Introduction: People have been migrating for many contrasting causes. These causes can be distinguished between environmental, social, economic and political causes. Environmental causes would be that people migrate because of natural catastrophes and disasters such as tsunamis and the likes. Social migration means that people move to a specific place because of their own preferences. Economic causes imply that people are migrating to find employments or to follow a precise way for their career.
In the view of push and pull migration theory, the decision of migrate is determined by the factors to associate with the area of origin, are of destination and supply-push factors in the origin area and the network factors that link origin and destination. Lee also acknowledged that migration is basically because of individual migrant’s characteristics because people respond in various forms to the plus and minus factors of the origin and destination places and have different abilities for the adaptation (Hass H. D, 2008). These are some general push and pull factors of Myanmar cross border workers for the reason to migrate into the
Migration policies affect the economic incorporation of immigrants in three main ways. First, migration policy can affect the economic integration of immigrants through the distribution of the various visa types by means of which immigrants enter the host country. Some countries use point-based systems to select immigrants on the basis of human capital or skills, and others use quota systems to recruit less skilled workers for specific jobs or economic sectors. Both systems imply some level of selectivity of the immigrant workforce. However, the admission of migrants via ‘noneconomic’ immigration grounds (mainly family reunification, refugees and students) also shapes the migrant workforce, as these categories of immigrants are generally entitled
Human migration comprehends the movements of persons or families from one place to another with the intention of settling temporarily or permanently in a destination place. This definition is enormously wide, large and it can be considered as part of the natural human activity, and as a necessity of the society’s evolution itself. However, the notion drags into consideration the political impact and consequences of the movement process of people or communities from one place to another, not only from the migrant insight but also from the host country’s observation. For the matter of this research, migration would be understood and limited to the definition of International Migration, which also includes different types of migration according to the reasons why the emigration may occur. For the purposes of this research, migration would be defined based on the clarity of the German office of Migration and Refugees (Bundesamt für Migration un Flüchtlinge) which identifies that this exodus occurs when one person moves from his or her usual place of residence and clarifies that international migration occurs when this migration happens across national boundaries (Bundesamt für Migration und Flüchtlinge, 2014, p. 10).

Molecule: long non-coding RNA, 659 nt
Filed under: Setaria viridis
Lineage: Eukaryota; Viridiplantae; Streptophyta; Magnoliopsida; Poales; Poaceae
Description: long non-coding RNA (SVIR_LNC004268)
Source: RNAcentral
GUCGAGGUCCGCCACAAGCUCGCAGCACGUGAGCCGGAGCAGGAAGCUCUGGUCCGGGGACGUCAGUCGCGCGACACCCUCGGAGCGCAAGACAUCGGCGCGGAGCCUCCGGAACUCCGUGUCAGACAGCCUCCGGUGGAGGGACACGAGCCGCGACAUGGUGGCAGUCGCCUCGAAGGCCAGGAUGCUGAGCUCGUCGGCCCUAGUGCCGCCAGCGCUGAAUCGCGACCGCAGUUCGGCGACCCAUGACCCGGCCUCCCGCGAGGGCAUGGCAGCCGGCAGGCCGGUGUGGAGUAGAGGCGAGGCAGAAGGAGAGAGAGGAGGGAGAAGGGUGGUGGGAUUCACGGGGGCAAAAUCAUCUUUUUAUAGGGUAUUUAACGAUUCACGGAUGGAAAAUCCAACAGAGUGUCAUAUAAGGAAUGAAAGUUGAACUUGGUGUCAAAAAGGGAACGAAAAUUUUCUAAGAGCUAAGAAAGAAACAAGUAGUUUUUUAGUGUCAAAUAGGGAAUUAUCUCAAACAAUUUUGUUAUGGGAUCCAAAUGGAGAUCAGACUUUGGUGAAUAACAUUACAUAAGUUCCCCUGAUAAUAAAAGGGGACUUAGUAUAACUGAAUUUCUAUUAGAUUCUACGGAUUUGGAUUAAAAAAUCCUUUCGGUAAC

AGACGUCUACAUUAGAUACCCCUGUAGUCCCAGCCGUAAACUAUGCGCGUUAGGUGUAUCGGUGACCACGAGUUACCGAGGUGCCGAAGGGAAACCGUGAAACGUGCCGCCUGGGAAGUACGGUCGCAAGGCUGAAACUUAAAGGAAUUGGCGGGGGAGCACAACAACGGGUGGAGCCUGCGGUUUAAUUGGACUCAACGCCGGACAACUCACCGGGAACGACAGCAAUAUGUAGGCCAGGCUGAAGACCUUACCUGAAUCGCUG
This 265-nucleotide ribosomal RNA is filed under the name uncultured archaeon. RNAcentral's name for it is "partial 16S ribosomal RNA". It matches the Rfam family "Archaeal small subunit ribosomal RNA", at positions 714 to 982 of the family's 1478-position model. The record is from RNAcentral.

Migration also includes displacement of people, movement of refugees, uprooted people as well as economic migrants. Migration can be classified into two simplest types: External Migration and Internal Migration. External migration is the process of movement across international border while, internal migration is the movement of people between or within the state or regions. According to International Organization for Migration, there were about 232 million people living outside their native countries in 2013. The Unites States of America, The Russian Federation, Germany, Saudi Arabia, U.A.E, the U.K and France together constitute over 51% of total migrants in the world.